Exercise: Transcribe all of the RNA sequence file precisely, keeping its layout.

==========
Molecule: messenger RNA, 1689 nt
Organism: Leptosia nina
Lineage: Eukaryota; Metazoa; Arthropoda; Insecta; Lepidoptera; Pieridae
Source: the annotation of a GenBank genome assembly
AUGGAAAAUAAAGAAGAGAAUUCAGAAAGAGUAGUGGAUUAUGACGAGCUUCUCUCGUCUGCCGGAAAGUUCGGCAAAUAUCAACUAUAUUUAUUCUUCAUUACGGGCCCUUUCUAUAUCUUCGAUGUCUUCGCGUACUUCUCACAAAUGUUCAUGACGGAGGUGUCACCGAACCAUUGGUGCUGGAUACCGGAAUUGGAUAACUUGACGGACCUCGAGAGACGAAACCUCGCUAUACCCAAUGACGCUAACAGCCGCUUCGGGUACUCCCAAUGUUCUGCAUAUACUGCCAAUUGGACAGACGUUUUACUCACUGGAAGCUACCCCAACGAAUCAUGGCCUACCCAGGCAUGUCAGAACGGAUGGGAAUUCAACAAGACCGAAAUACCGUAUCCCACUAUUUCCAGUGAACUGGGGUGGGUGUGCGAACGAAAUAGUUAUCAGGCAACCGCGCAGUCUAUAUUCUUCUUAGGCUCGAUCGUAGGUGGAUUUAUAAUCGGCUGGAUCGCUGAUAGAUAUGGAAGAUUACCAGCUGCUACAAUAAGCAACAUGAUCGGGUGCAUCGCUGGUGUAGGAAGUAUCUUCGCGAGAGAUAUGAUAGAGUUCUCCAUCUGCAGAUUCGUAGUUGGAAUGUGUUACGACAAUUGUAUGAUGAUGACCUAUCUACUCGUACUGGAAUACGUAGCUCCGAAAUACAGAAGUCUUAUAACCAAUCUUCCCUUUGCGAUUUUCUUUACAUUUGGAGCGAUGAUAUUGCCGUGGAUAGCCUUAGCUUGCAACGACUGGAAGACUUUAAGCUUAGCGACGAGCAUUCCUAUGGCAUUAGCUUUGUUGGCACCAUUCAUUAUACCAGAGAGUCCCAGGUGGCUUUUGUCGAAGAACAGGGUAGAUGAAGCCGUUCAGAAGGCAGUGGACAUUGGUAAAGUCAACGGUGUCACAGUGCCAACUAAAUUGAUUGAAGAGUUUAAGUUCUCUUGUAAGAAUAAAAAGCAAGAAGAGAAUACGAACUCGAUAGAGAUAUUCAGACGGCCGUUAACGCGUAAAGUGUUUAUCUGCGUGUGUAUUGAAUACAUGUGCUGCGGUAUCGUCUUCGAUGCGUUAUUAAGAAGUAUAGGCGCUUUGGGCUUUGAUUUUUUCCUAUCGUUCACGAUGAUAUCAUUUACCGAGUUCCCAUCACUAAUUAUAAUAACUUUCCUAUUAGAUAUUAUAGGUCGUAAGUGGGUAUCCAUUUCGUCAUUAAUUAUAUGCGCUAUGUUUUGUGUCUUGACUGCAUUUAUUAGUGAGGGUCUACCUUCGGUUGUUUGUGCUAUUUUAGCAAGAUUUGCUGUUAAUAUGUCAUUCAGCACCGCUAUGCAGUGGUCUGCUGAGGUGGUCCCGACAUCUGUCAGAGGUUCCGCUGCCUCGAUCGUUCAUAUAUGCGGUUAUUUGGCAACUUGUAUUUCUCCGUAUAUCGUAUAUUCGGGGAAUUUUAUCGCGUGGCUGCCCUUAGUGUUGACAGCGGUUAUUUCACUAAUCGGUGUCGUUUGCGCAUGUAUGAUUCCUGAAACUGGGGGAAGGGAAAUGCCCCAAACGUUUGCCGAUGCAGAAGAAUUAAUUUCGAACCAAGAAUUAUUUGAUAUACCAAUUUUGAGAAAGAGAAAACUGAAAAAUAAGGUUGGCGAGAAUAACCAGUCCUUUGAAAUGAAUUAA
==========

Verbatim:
Molecule: messenger RNA, 1689 nt
Organism: Leptosia nina
Lineage: Eukaryota; Metazoa; Arthropoda; Insecta; Lepidoptera; Pieridae
Source: the annotation of a GenBank genome assembly
AUGGAAAAUAAAGAAGAGAAUUCAGAAAGAGUAGUGGAUUAUGACGAGCUUCUCUCGUCUGCCGGAAAGUUCGGCAAAUAUCAACUAUAUUUAUUCUUCAUUACGGGCCCUUUCUAUAUCUUCGAUGUCUUCGCGUACUUCUCACAAAUGUUCAUGACGGAGGUGUCACCGAACCAUUGGUGCUGGAUACCGGAAUUGGAUAACUUGACGGACCUCGAGAGACGAAACCUCGCUAUACCCAAUGACGCUAACAGCCGCUUCGGGUACUCCCAAUGUUCUGCAUAUACUGCCAAUUGGACAGACGUUUUACUCACUGGAAGCUACCCCAACGAAUCAUGGCCUACCCAGGCAUGUCAGAACGGAUGGGAAUUCAACAAGACCGAAAUACCGUAUCCCACUAUUUCCAGUGAACUGGGGUGGGUGUGCGAACGAAAUAGUUAUCAGGCAACCGCGCAGUCUAUAUUCUUCUUAGGCUCGAUCGUAGGUGGAUUUAUAAUCGGCUGGAUCGCUGAUAGAUAUGGAAGAUUACCAGCUGCUACAAUAAGCAACAUGAUCGGGUGCAUCGCUGGUGUAGGAAGUAUCUUCGCGAGAGAUAUGAUAGAGUUCUCCAUCUGCAGAUUCGUAGUUGGAAUGUGUUACGACAAUUGUAUGAUGAUGACCUAUCUACUCGUACUGGAAUACGUAGCUCCGAAAUACAGAAGUCUUAUAACCAAUCUUCCCUUUGCGAUUUUCUUUACAUUUGGAGCGAUGAUAUUGCCGUGGAUAGCCUUAGCUUGCAACGACUGGAAGACUUUAAGCUUAGCGACGAGCAUUCCUAUGGCAUUAGCUUUGUUGGCACCAUUCAUUAUACCAGAGAGUCCCAGGUGGCUUUUGUCGAAGAACAGGGUAGAUGAAGCCGUUCAGAAGGCAGUGGACAUUGGUAAAGUCAACGGUGUCACAGUGCCAACUAAAUUGAUUGAAGAGUUUAAGUUCUCUUGUAAGAAUAAAAAGCAAGAAGAGAAUACGAACUCGAUAGAGAUAUUCAGACGGCCGUUAACGCGUAAAGUGUUUAUCUGCGUGUGUAUUGAAUACAUGUGCUGCGGUAUCGUCUUCGAUGCGUUAUUAAGAAGUAUAGGCGCUUUGGGCUUUGAUUUUUUCCUAUCGUUCACGAUGAUAUCAUUUACCGAGUUCCCAUCACUAAUUAUAAUAACUUUCCUAUUAGAUAUUAUAGGUCGUAAGUGGGUAUCCAUUUCGUCAUUAAUUAUAUGCGCUAUGUUUUGUGUCUUGACUGCAUUUAUUAGUGAGGGUCUACCUUCGGUUGUUUGUGCUAUUUUAGCAAGAUUUGCUGUUAAUAUGUCAUUCAGCACCGCUAUGCAGUGGUCUGCUGAGGUGGUCCCGACAUCUGUCAGAGGUUCCGCUGCCUCGAUCGUUCAUAUAUGCGGUUAUUUGGCAACUUGUAUUUCUCCGUAUAUCGUAUAUUCGGGGAAUUUUAUCGCGUGGCUGCCCUUAGUGUUGACAGCGGUUAUUUCACUAAUCGGUGUCGUUUGCGCAUGUAUGAUUCCUGAAACUGGGGGAAGGGAAAUGCCCCAAACGUUUGCCGAUGCAGAAGAAUUAAUUUCGAACCAAGAAUUAUUUGAUAUACCAAUUUUGAGAAAGAGAAAACUGAAAAAUAAGGUUGGCGAGAAUAACCAGUCCUUUGAAAUGAAUUAA